EmptyYou have to feel a bit for Hunt Baldwin and John Coveny, the former ad industry execs who created and executive produce this new TNT dramedy series. It's inevitable that their wholly inventive hour will be compared to the 800-pound gorilla at AMC known as "Mad Men," but trust me that any similarities it might have with "Trust Me" is very much like comparing Big Apples and oranges.
For one thing, "Mad Men" is set in the early 1960s in Manhattan, while "Trust Me" unfolds in modern-day Chicago. This isn't Coke vs. Pepsi; it's Chivas Regal vs. Zima.
This is not to disparage this energetic, clever and irresistibly cynical new effort that makes the brilliant casting decision of hiring "Will & Grace's" Eric McCormack and "Ed's" Tom Cavanagh, whose chemistry is instant and obvious. They play a couple of feuding, persistently exasperated ad agency partners struggling to survive in a world of frenetic meltdowns and cutthroat ambition. The first pair of episodes augur a breezily entertaining addition to the TNT stable of dramatic originals.
Far less dour and atmospheric than "Mad Men," "Trust Me" tells the flamboyant, genre-hybrid tale of newly promoted art director Mason (McCormack) and his flaky, impulsive copywriting cohort Conner (Cavanagh), whose quickness in brainstorming a brilliant tagline is exceeded only by his ADHD-style inability to focus. Mason's the married grown-up, Conner the single hedonist with Peter Pan syndrome.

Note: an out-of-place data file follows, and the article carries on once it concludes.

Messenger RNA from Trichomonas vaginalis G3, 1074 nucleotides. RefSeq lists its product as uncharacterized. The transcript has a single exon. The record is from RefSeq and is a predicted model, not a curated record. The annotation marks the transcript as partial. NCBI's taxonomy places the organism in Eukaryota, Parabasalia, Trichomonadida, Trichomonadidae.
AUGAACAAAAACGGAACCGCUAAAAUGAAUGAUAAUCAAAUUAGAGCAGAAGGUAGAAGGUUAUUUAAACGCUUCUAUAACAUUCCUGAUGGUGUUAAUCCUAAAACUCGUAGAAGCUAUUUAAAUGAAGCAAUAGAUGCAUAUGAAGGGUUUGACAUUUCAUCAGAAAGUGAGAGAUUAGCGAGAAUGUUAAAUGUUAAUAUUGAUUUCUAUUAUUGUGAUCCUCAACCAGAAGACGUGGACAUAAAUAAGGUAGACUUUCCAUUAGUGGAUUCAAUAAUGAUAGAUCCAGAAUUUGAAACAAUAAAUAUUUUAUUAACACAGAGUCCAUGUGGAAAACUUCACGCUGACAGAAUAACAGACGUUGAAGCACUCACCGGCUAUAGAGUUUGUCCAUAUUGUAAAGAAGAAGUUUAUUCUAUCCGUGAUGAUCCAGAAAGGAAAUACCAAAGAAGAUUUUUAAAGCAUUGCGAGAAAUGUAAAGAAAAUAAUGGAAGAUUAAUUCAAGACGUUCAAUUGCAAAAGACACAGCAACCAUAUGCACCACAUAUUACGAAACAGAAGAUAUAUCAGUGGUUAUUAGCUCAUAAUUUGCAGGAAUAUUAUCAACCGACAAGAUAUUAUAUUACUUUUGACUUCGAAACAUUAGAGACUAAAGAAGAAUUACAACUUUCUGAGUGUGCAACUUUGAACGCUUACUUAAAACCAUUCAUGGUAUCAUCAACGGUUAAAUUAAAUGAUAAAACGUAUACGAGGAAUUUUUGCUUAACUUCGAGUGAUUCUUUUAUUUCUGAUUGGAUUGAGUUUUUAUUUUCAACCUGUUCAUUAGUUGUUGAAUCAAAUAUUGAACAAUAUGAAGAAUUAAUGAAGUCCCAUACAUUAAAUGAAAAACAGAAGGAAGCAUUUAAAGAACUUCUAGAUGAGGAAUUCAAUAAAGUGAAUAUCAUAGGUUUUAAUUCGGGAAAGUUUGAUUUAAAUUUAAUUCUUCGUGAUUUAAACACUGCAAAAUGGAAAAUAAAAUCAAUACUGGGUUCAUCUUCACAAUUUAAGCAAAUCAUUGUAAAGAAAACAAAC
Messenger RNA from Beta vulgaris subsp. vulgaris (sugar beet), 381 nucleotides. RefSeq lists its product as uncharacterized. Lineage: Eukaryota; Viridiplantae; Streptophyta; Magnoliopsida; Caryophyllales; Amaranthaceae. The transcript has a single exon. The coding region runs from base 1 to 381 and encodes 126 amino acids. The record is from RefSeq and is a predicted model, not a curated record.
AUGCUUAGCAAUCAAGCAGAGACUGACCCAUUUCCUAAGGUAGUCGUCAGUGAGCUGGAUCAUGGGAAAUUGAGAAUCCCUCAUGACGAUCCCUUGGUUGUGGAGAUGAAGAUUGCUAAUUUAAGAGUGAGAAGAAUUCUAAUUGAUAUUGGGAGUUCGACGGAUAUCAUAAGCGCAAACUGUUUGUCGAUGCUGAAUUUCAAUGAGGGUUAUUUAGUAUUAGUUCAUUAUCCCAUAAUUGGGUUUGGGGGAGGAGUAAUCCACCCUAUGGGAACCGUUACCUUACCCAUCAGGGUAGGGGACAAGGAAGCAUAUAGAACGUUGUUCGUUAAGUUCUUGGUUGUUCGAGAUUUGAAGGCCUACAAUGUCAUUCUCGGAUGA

Surrounding them at the fictitious firm of Rothman Green & Mohr is the award-winning new hire Sarah (Monica Potter), a fireball of neurotic angst; their insecure supervisor Tony (a grand turn from Griffin Dunne); and the idiosyncratic junior creatives Hector (Geoffrey Arend) and Tom (Mike Damus), who spend much of their time nosing around other people's desks.
"Trust Me" isn't going to be for every taste. It is, for one thing, profoundly pessimistic and contemptuous. But it masks the darkness in a stylistic sheen of witty patter and characters who arrive at the table surprisingly fully formed. The second episode is less hard-edged but just as biting and offhanded. The in-jokey farce plays with a self-assured insider's hand. (partialdiff)